- Anne Savedge
Her art was a lot like her personality: Bold, yet thoughtful. Straightforward, yet richly layered. Expressive, yet private. To be experienced through all the senses. When I see one of Cindy Neuschwander's paintings, I want to touch it, smell it and marvel at its beauty. To explore its complexity and revel in its depth. Or maybe just stand by it and absorb its energy. That's how it was with Cindy, who was cherished by friends and fellow artists, and adored by collectors far and wide. She died Dec. 4, at home with her true love and husband, Jay Barrows, in the bed they shared. He says Cindy was glowing when her spirit exited her body. It's no wonder, lying by the love it had taken her nearly 50 years to find — and, even in death, living life on her own terms.
I met Cindy 22 years ago, and I can still see her on the first day. As petite as she was, her smile was as wide as the doorway and her Texas-twang greeting even bigger. Even then I recall feeling like she could be my sister, and she became like a sister to me. After battling ovarian cancer with the same humor and fearlessness she approached everything, Cindy lost the battle when the disease returned in the summer of 2011. Even her radiant spirit and unyielding optimism weren't enough to defeat "the big C," as she called it. But until the end, she maintained her beauty, which only ripened with age.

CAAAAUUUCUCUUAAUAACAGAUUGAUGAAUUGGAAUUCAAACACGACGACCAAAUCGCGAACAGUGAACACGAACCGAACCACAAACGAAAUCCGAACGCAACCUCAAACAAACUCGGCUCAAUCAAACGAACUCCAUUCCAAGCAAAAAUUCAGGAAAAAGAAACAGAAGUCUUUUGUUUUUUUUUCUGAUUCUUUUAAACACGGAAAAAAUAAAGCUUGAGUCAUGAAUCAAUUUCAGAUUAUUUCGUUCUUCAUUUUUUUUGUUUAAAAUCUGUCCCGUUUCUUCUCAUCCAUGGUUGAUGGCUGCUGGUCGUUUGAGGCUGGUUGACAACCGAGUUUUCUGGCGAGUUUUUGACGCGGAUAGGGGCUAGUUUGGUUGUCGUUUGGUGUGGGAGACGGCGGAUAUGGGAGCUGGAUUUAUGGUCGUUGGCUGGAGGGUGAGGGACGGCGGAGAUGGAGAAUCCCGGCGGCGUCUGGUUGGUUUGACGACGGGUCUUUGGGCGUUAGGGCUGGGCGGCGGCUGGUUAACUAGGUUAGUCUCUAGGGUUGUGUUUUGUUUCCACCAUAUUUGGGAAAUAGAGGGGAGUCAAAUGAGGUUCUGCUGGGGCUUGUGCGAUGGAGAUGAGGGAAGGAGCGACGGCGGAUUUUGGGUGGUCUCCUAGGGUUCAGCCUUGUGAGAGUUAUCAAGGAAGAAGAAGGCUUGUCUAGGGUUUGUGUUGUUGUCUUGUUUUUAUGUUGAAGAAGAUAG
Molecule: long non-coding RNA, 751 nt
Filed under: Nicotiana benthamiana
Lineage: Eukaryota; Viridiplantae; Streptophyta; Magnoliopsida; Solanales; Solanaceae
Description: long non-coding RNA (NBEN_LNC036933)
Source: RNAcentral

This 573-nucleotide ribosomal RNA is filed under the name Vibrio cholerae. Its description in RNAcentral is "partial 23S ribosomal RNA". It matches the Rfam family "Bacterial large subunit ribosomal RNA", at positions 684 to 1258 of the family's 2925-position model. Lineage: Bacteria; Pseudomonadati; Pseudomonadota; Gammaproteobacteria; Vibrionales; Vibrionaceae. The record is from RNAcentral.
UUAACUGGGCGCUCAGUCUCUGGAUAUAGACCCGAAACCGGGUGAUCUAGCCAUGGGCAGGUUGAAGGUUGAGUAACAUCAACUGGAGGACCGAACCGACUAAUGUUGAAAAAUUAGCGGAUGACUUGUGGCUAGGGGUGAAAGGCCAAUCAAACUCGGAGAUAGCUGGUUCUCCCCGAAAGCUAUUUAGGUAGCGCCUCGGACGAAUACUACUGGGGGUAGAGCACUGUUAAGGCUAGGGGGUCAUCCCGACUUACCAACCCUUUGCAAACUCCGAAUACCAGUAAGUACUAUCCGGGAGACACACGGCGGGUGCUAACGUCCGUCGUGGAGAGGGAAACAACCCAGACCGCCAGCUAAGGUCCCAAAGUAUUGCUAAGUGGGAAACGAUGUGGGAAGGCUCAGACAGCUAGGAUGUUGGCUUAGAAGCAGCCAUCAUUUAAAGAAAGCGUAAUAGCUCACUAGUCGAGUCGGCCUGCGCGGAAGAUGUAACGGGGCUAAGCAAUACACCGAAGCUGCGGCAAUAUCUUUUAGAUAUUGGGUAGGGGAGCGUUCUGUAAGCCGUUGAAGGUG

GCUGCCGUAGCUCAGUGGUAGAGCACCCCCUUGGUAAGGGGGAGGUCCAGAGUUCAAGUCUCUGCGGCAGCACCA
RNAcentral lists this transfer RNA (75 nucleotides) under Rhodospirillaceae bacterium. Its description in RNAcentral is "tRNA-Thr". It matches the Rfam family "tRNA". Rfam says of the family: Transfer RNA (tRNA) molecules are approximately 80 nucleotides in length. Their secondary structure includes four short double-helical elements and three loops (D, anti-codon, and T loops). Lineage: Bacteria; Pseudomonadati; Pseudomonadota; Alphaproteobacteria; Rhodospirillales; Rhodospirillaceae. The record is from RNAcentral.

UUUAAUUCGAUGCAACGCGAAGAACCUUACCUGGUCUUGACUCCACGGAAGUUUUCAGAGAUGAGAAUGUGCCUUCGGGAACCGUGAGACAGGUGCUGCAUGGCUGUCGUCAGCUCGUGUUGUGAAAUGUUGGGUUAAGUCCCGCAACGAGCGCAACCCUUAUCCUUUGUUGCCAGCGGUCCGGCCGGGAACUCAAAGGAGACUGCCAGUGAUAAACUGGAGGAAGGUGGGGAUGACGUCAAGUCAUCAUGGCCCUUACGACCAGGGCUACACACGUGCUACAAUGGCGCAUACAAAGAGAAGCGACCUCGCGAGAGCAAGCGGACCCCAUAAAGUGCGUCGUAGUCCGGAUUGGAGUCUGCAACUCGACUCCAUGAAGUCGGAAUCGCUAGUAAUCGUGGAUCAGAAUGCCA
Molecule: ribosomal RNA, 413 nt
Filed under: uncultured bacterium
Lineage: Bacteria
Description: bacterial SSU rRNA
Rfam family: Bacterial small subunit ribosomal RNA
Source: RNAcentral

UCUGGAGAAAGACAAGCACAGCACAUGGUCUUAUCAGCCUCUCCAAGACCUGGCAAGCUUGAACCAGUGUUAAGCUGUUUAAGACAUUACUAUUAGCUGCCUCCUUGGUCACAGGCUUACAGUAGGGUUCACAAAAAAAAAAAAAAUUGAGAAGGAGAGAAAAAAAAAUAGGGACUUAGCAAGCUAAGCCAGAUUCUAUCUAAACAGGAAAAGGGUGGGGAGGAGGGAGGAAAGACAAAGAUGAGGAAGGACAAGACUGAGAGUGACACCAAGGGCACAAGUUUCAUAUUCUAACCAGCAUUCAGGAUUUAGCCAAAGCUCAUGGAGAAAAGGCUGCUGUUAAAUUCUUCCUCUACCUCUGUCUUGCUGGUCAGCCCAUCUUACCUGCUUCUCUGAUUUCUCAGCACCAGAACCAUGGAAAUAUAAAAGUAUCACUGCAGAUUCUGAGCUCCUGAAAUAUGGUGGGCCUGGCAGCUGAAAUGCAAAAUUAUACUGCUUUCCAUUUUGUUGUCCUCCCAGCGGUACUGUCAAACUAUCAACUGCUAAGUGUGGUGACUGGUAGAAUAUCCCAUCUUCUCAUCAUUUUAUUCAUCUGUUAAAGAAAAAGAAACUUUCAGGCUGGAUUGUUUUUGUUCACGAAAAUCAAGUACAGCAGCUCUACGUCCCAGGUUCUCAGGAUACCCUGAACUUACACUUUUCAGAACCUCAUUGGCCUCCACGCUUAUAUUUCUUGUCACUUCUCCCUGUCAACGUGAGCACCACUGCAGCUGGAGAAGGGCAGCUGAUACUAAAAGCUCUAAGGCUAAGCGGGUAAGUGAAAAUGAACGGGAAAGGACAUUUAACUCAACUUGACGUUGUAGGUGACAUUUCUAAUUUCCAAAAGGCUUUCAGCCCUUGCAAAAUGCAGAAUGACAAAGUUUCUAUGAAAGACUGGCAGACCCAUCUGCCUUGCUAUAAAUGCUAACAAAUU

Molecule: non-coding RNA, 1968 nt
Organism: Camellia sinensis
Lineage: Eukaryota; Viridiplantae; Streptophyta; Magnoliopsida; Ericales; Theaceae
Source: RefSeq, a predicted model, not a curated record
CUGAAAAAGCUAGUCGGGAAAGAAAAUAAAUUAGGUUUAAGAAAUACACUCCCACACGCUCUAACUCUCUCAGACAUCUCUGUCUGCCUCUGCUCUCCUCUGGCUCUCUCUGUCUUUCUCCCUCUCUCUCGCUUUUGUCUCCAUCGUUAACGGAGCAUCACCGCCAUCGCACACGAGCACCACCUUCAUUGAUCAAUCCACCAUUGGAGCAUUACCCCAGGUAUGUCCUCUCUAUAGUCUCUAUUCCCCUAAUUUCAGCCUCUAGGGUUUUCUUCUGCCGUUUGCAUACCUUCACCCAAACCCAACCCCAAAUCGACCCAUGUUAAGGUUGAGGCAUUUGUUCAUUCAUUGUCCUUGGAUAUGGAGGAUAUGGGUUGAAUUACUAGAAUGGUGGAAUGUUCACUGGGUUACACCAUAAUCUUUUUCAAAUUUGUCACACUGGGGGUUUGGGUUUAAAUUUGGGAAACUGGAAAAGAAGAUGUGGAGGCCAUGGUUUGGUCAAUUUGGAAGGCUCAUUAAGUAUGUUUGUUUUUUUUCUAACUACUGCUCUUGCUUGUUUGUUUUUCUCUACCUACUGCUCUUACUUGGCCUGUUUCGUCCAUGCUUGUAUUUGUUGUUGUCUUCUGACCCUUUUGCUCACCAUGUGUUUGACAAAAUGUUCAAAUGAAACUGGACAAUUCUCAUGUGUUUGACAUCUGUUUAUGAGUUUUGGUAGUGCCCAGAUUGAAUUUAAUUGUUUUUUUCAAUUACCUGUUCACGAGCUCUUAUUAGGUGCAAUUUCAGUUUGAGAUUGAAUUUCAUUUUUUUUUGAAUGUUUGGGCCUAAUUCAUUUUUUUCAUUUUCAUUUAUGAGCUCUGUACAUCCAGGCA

Those of us who knew Cindy know our lives were made richer because of her — whether we were close friends, fellow 1708 Gallery members, old Virginia Commonwealth University graduate school pals, Ginter Park neighbors, or beloved stepchildren and grandchildren. At a recent celebration of Cindy's life, I read a work by the Irish poet John O'Donohue, "On the Death of the Beloved."
On the Death of the Beloved (an excerpt)
Let us not look for you only in memory,
where we would grow lonely without you.
You would want us to find you in presence,
beside us when beauty brightens,
when kindness glows
and music echoes eternal tones.
When orchids brighten the earth,
darkest winter has turned to spring;
may this dark grief flower with hope
in every heart that loves you.
May you continue to inspire us;
to enter each day with a generous heart.
To serve the call of courage and love
until we see your beautiful face again
in that land where there is no more separation,
where all tears will be wiped from our mind,
and where we will never lose you again.
— John O'Donohue